www.sco.com is a weapon of mass destruction

Much of the commentary on the SCO distributed denial of service scenario, including our own, has been based on the premise that SCO badly wants to keep their web site running. This may not be the case: unlike Microsoft, which has a real business to run and a real need to keep its web site operational, SCO Executives may not strongly care about the availability of www.sco.com. After all, Michael Doyle’s half a billion dollar patent win against Microsoft scarcely hinged on the response times of the Eolas web site.

In fact, the author of the MyDoom virus has delegated control of the most enormous volume of http traffic that the Internet has yet seen to hostmaster@sco.com. On a whim, SCO can direct that Tsunami at an object of their choosing, simply by changing an A record in named.conf in time for the change to propagate by Sunday.

In this context, SCO Executives may have latitude to consider alternative defenses which do not involve having to parlay with low-down-no-good-Linux-loving-CDN-providers.

Solution 1: Move the SCO site to somewhere that has the clue and the clout to cope.

Consequences: SCO Executives buy a small business shared hosting account at Yahoo, noting that it runs on FreeBSD, not Linux, point www.sco.com at the new account, and hope for the best.

webhosting.yahoo.com not only stays up, but serves all the http requests from the infected machines at the same speed that the www.yahoo.com front page normally loads. Virus author kicks the cat in frustration. SCO’s entire corporate cash resources exhausted by Yahoo’s bandwidth surcharges in the first eight minutes. Yahoo pre-announces record quarter for hosting division.

Solution 2: Take www.sco.com out of the DNS.

Consequences: Everyone has a quiet weekend. SCO Execs drink Budweiser and watch the Superbowl. Global media considers that the virus author “has won”. Anti-virus company Execs do not return journalists' calls on “What was all that fuss?”

Solution 3: Point www.sco.com at someone you don’t like.

Consequences: SCO Executives take a poll on which web site annoys them the most. Slashdot wins. hostmaster@sco.com CNames www.sco.com to slashdot.org. SCO Execs cackle demonically at the prospect of slashdotting Slashdot.

Linux community notices DNS change propagating within five minutes. Eric Raymond calls for “restraint in the face of SCO’s continual provocation”. Undeterred, Linux community launches internet-wide round the clock hackathon, and finds six “trivially insecure” US military installations shortly after the US military go home on Friday afternoon. Spend Saturday soaking up the totally awesome graphics on the Stealth bomber flight simulators, and then obliterate most of Utah, sco.com name servers and all, on Sunday morning hours before the DDoS is due to hit Slashdot. SCO Execs still laughing themselves helpless about the /. Effect when the bomb hits.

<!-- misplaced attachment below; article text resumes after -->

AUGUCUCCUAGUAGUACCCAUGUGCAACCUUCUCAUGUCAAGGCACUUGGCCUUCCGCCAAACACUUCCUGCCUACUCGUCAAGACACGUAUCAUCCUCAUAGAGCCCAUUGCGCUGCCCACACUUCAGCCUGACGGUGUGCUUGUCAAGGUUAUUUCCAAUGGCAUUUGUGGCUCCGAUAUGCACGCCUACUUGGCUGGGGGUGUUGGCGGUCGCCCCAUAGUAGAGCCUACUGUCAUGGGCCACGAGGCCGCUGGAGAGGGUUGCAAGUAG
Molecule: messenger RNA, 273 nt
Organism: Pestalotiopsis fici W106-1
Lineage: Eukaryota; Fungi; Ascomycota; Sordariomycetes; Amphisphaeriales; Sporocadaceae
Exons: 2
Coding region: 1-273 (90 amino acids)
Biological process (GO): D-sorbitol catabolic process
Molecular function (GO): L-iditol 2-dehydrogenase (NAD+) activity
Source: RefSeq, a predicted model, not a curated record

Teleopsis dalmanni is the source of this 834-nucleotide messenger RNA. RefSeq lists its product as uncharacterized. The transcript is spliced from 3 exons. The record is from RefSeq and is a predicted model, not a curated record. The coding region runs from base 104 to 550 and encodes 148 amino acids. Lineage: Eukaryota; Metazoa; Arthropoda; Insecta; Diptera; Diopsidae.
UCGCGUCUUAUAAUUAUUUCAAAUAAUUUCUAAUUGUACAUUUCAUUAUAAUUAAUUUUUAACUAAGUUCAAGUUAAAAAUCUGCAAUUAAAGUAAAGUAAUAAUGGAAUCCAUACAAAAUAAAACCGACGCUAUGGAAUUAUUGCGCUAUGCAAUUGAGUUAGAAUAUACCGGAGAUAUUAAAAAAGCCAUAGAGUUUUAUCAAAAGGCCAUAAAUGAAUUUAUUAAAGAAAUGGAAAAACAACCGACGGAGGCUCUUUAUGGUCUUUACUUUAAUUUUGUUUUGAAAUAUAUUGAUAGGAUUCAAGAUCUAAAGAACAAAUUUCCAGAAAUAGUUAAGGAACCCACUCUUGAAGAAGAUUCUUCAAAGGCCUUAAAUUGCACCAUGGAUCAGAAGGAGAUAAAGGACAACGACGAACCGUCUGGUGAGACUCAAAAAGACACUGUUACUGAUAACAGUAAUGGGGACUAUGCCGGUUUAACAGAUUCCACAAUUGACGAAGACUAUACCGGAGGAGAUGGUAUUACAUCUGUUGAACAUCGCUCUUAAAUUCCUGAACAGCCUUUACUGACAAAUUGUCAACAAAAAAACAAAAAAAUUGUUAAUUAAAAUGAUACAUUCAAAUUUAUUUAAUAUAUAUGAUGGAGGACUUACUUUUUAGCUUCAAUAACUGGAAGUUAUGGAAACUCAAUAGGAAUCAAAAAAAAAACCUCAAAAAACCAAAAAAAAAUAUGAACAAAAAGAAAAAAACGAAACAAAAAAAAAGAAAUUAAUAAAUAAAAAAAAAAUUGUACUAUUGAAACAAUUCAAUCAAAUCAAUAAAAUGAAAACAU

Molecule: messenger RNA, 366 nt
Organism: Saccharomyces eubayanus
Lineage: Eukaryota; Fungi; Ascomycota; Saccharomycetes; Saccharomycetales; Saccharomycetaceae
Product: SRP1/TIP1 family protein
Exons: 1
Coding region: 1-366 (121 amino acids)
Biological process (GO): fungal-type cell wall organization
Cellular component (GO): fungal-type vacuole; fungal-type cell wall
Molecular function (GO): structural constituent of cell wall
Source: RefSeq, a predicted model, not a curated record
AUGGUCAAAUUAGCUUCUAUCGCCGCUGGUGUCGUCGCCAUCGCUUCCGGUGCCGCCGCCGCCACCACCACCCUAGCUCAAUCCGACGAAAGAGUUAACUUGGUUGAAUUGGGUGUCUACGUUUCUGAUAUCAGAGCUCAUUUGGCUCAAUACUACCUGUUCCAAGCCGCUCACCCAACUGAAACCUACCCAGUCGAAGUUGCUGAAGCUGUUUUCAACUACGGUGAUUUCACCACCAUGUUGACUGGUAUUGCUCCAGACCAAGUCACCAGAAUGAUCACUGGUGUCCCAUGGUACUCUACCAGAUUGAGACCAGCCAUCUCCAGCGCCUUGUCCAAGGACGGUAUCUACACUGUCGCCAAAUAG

New, previously unknown Linux Thought Leader declares that “we have met the enemy, and they are gone”. Traffic to Slashdot triples, Hemos weeps about the size of OSDN’s unsold banner inventory. Follow up posts enthuse about the quality of the stealth bomber user interface, then propose that they should sort out “the problem in Redmond” before they give the US Military their network back in time for Monday morning. New Linux Thought Leader concurs, adding that there’s a carding site in Moscow that really ticks him off, too. Armageddon.

Solution 4: Get to the Windows machines before they go off.

Consequences: SCO executives persuade Slashdot readers that Windows machines are their common enemy and that the enemy of my enemy is my friend. Someone in the Linux community notices Colin Percival’s Depenguinator program, and considers that with some minor modifications, it can be distributed by the MyDoom virus, and as its payload, download and install Debian 3.0r2, KDE, Open Office and Evolution. Changes name of program to “De Penguinator”.

Entire set of infected Windows machines is reached and either comes up running Debian or crashes stone dead trying. No denial of service attack occurs. SCO sends licence fee demands to owners of all the previously infected windows machines. They happily pay up and SCO splits the proceeds with Slashdot readers.

Solution 5: SCO Execs point www.sco.com at the loopback address 127.0.0.1, end lawsuits, dismiss lawyers, and invest remaining corporate cash reserves in call options in Dell & Microsoft stock.

Consequences: No denial of service traffic whatsoever seen on the Internet. Millions of Windows users notice that their computer is running extremely slowly. Many buy new machines, which fixes the problem. Dell & Microsoft stock rises. Everyone lives happily ever after.